The ornate tree-kangaroo (Dendrolagus goodfellowi)
Hearing the name of this animal for the first time, you can imagine an unknown species of monkey or bird. When we see the photos, we understand how wrong we were. Who among you knew that behind this exotic name is hidden… a kangaroo that climbs trees?
- Kingdom: Animalia
- Phylum: Chordata
- Class: Mammalia
- Infraclass: Marsupialia
- Order: Diprotodontia
- Family: Macropodidae
- Genus: Dendrolagus
- Species: Dendrolagus goodfellowi
- Dendrolagus goodfellowi goodfellowi
- Buergers’ tree-kangaroo (Dendrolagus goodfellowi buergersi)
- Names: Goodfellow’s tree-kangaroo, ornate tree-kangaroo
The name of this tree-kangaroo is derived from Walter Goodfellow – the British zoologist, the ornithologist and the collector from the 19th century.
This mammal lives in rain forests in New Guinea, and the border of its range is in the central part of Irian Jaya province in Indonesia. It lives only in dense tropical forests up to 3000 m (9840 ft) above sea level.. Its habitat is created in the treetops in enclosed forest areas.
Although it is a very close relative of ground kangaroos, it is clearly different in appearance because it has adapted to an arboreal lifestyle: hind legs are shorter, but strong and massive. The forelegs are proportionally longer than those of ground-based cousins are, they are also distinguished by strength, endurance and high mobility.
The long tail helps maintain balance when jumping from branch to branch. The feet are wide, equipped with soft pads and curved, long, sharp claws necessary for climbing trees.
The whole silhouette is very slim, overgrown with short woolly fur flickering with the shades of the maroon-brown to the crimson. Its jowls, chest, belly and the underside of the tail are in the shade of beige, its mouth is grayish-brown and its cheeks and legs are yellow or golden.
There are two characteristic golden patches, which are placed along the spine, while on the tail each individual has a unique pattern created from yellow-gold rings and spots. Lower legs can move independently of each other, which is impossible for earthbound kangaroos.
Females have got pouches equipped with four teats, to which young are moving.
Sexual dimorphism is rather little – males are slightly larger than females. The tree-kangaroo does not have opposing thumbs. It moves in a very clumsy way on the ground paying attention to every step it takes. The body leans forward to find the balance point with its heavy tail.
It eats mainly leaves from the tree of Flindersia pimenteliana type. Apart from this delicacy, it often tastes of fruits, cereals, flowers and grass. It has a large stomach in which the food is fermented, similar to cows and other herbivorous animals.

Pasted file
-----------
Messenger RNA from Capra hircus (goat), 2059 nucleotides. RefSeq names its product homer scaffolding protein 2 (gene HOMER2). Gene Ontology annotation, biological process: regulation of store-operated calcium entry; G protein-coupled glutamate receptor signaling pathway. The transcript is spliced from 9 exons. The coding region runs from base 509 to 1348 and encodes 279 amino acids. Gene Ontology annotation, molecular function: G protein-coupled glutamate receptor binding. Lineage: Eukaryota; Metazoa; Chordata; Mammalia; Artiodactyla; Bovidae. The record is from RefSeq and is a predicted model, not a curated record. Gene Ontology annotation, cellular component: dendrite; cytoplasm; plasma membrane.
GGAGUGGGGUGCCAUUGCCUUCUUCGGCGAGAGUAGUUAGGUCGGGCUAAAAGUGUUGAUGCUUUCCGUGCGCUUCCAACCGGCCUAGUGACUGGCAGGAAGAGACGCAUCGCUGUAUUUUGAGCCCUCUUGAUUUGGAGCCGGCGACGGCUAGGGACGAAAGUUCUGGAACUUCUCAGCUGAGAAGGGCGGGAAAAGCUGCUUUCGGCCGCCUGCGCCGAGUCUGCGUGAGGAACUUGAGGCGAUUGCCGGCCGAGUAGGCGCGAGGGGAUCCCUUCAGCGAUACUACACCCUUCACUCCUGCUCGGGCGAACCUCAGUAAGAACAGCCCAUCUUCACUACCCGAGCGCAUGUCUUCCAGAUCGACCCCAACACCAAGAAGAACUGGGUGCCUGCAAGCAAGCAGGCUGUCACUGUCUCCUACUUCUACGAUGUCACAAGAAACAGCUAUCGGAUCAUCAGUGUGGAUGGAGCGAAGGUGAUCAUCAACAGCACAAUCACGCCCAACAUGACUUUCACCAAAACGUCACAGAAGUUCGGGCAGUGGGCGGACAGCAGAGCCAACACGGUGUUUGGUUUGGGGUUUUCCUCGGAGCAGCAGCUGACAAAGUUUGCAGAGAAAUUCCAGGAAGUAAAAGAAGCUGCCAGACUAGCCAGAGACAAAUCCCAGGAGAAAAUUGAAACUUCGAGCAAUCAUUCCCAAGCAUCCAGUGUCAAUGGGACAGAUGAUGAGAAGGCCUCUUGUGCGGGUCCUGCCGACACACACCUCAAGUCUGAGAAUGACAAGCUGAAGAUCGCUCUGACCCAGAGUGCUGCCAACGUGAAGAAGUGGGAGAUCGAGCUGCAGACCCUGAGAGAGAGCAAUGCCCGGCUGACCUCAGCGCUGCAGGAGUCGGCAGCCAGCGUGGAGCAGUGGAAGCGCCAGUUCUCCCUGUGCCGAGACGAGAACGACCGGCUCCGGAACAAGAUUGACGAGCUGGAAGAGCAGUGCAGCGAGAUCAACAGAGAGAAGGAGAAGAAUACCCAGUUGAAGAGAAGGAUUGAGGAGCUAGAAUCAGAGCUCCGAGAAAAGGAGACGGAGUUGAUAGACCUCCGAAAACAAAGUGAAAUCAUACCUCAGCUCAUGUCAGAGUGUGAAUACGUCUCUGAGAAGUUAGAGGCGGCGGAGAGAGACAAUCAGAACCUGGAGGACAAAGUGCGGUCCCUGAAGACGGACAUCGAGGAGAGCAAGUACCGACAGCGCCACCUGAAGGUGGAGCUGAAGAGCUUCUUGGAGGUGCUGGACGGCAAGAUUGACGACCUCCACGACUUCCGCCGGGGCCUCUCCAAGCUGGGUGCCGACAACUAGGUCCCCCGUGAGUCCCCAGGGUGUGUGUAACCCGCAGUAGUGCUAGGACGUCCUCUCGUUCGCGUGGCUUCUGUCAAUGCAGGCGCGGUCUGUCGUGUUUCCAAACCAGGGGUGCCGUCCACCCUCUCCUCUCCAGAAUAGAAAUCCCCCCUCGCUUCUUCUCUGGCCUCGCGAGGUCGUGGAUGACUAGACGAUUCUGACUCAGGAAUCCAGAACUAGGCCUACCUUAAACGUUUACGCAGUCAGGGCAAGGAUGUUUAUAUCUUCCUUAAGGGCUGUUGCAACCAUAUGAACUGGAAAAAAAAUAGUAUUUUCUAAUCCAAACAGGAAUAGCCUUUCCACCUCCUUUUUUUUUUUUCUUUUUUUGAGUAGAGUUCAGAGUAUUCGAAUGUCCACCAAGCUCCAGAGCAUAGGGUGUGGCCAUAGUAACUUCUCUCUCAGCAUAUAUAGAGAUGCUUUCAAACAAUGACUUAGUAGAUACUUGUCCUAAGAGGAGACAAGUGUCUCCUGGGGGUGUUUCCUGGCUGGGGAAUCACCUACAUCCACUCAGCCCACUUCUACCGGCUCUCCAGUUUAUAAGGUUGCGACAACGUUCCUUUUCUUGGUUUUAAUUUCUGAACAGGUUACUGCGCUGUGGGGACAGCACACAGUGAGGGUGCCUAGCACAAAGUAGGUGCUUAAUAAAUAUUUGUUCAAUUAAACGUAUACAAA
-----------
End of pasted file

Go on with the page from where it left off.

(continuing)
Thanks to this process, the food is softened in one part of the stomach and then, it goes back to the tree-kangaroo’s mouth, which chews it again and directs it to the second stomach chamber. In each stomach chamber, there are other bacteria that soften hard to digest leaves and grasses. Apart from plants, it also eats eggs and insects.
On the ground, it moves slowly and, moving its legs alternately, quite differently than ground kangaroos do. When the tree-kangaroo is on the ground, it cannot jump very well but the situation changes when it is on the tree. It feels like a fish in water when it stays in the treetops – it is agile and fearless. It climbs holding its arms around the tree trunk and it jumps bouncing with its strong hind legs. In “fly” the balance is caught by the long tail, like the snow leopard.
It leads rather a daily lifestyle; it is most active in the morning and in the afternoon, but individuals living near human settlements prefer night activities. Both males and females are territorial, but males occupy larger areas with territories of several females. It has been observed that the tree-kangaroo is lonely for the majority of the year.
Because the animal belongs to the marsupials, females have well-developed pouches on the belly. Pregnancy lasts 21 – 38 days; a few hours before the delivery, the female sits on the shaft of the tail and its remaining part hangs between the legs. The mother licks the “path” from the birth canal to the pouch so as the newly born cub could get there.
A newborn baby has the size of bean seeds and it is very delicate so even the mother cannot help it with its first important journey which is so important for the rest of its life. The young is blind and bald, but instinctively it goes to the pouch where it sucks to one of four teats. In the new place, it grows for the next 8-10 months. The young becomes completely independent after 11-13 months, while sexual maturity reaches about 2 years of age.
Detailed information / size
Goodfellow’s tree-kangaroo (Dendrolagus goodfellowi)
- Males: 55 – 78 cm (22 – 31 in)
- Females: 58 cm (23 in)
- Tail’s length:
- Males: on average 84,5 cm (33 in)
- Females: on average 68 cm (27 in)
- Weight: 5,9 – 9,5 kg (13 – 21 lb)
- Males: on average 7,5 kg (16.6 lb)
- Females: on average 7,4 kg (16.3 lb)
- Lifespan: over 14 years (in captivity on average 23,6 years)
- Length of pregnancy: 21 – 38 days
- Time spent by young in the pouch: 9 to 12 months
- Number of young: 1
Goodfellow’s tree-kangaroo – curiosities
- The tree-kangaroo jumps very well – it can jump from branch to branch at a height of 9 m (30 ft) without any injury.
- It is endangered because of destroying its habitat, where agricultural and mining areas are created. In the past, it was hunted for meat. At present, although it is protected, it is the victim of poachers.
- Apart from the human being, its natural enemy is the dingo (Canis dingo).
- Apart from Goodfellow’s tree-kangaroo, there are 11 other tree-kangaroo species in the world.
- There is no strict reproductive period, which is caused by irregularly changing environment conditions in its habitat.